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Students upset over digital clothes cover-ups in yearbook

By Associated Press

LAST UPDATED: 02:20 p.m. HST, May 29, 2014

HEBER CITY, Utah » A group of Utah high school students said they were surprised and upset to discover their school yearbook photos were digitally altered, with sleeves and higher necklines drawn on to cover bare skin.

Several students at Wasatch High School in Heber City said their outfits were in line with the public school's dress code, and they've worn them on campus many times.

"I was shocked and stunned they would do this and wouldn't tell me," 16-year-old sophomore Kimberly Montoya said Thursday. "I just feel targeted at this school. I would have been OK if they had asked me."

The girls said having their photos edited to meet modesty standards squelched their right to express themselves through what they wear.

They also said they felt targeted because the standards were not uniformly applied. At least seven others at the 1,700-student school had their photos altered, and none were boys, they said.

"I was pretty angry about it, really, because that's who we are," said sophomore Rachel Russell, who had sleeves added to her picture. Another sophomore, Shelby Baum, discovered a high, square neckline drawn onto her black V-neck T-shirt, covering a tattoo on her chest.

The Wasatch County School District said in a statement Thursday that students were warned when yearbook photos were taken last fall that images might be altered if students violated dress standards.

"It is understandable that students in violation of the dress code could forget that they received warnings about inappropriate dress," the statement said.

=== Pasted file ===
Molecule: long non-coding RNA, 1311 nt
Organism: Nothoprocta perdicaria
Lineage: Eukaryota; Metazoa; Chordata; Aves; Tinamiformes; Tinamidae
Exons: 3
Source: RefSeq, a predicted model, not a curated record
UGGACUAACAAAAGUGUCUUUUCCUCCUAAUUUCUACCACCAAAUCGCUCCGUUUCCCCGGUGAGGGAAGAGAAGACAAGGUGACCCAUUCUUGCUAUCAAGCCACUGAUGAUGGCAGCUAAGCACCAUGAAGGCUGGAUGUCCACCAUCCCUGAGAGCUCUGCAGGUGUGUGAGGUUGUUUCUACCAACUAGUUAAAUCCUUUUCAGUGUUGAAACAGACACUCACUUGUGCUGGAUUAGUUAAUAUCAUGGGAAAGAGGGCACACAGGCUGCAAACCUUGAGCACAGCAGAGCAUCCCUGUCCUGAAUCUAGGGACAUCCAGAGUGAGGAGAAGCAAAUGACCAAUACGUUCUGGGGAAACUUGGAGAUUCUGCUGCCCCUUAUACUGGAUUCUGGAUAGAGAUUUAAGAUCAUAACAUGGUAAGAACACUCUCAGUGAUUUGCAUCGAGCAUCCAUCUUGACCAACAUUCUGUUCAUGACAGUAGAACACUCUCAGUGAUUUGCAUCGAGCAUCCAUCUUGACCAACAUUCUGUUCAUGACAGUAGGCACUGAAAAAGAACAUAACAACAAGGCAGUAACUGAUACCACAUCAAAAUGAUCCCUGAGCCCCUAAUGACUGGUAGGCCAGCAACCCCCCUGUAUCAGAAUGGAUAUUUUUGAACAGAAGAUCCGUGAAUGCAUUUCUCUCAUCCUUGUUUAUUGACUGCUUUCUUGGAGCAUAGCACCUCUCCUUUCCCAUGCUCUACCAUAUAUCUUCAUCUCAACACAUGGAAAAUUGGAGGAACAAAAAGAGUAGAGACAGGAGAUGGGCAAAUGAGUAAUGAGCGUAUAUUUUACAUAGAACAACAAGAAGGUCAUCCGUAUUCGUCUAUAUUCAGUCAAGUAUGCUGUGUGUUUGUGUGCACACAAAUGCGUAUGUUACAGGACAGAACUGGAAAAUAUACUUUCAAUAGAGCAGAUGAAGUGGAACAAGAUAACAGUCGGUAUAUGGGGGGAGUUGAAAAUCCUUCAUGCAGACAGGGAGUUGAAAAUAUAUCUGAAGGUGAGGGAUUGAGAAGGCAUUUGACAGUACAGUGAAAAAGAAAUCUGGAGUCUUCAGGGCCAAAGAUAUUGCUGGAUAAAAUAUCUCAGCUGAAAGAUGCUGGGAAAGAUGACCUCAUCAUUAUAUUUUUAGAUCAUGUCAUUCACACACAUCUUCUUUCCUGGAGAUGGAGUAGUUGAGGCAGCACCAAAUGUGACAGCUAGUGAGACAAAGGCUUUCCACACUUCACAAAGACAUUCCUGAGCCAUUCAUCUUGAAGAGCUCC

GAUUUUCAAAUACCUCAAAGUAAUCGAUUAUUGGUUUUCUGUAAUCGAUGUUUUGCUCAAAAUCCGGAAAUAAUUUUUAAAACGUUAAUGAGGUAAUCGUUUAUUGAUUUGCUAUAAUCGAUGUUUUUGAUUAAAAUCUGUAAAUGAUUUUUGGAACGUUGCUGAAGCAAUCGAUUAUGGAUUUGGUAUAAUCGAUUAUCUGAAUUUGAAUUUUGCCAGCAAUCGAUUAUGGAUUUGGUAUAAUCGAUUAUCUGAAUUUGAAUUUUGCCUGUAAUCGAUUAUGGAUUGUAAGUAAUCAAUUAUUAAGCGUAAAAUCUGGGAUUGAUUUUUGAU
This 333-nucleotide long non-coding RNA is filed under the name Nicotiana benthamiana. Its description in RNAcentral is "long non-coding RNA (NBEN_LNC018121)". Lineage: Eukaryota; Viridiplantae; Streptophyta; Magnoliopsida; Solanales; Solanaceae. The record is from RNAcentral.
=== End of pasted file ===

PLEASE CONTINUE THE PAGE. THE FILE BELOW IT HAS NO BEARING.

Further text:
District officials apologized about the alterations being applied inconsistently and said they were evaluating the policy on doctoring photos.

KSTU-TV in Salt Lake City first reported the altered photos Wednesday. The students live in Heber City, which is about 30 miles east of Salt Lake City and has a population of 12,000.

An estimated two-thirds of Utah residents belong to The Church of Jesus Christ of Latter-day Saints, which encourages members to practice modesty in how they dress. For women, that includes covering bare shoulders and avoiding low-cut shirts and short skirts and shorts.

The guidelines stem from a belief that bodies are sacred gifts from God, and that God commands people to be chaste. Mormons tend to be uncomfortable with clothing that promotes sexuality due to these beliefs.

Sleeves also cover up the top piece of their temple garments, which resembles a T-shirt. These garments, which Mormons usually start wearing as young adults, are worn underneath regular clothes and serve as a reminder of covenants they make with God.

Church leaders have encouraged young girls in recent years to stay true to modesty standards despite being bombarded with images in popular society that don't follow the same guidelines.

The Wasatch School District dress code uses the word modesty twice: "Clothing will be modest, neat, clean, in good repair. Modesty includes covering shoulders, midriff, back, underwear and cleavage at all times."

Haylee Nielsen, a 15-year-old sophomore, said students who aren't Mormon can sometimes feel judged at the school, adding there is big focus on modesty.

Wasatch isn't the only Utah school to ban bare shoulders. Most of the eight high schools in the Granite School District, one of the state's largest, also require covered shoulders, district spokesman Ben Horsley said. The Alpine School District has a districtwide ban on halter tops and tank tops.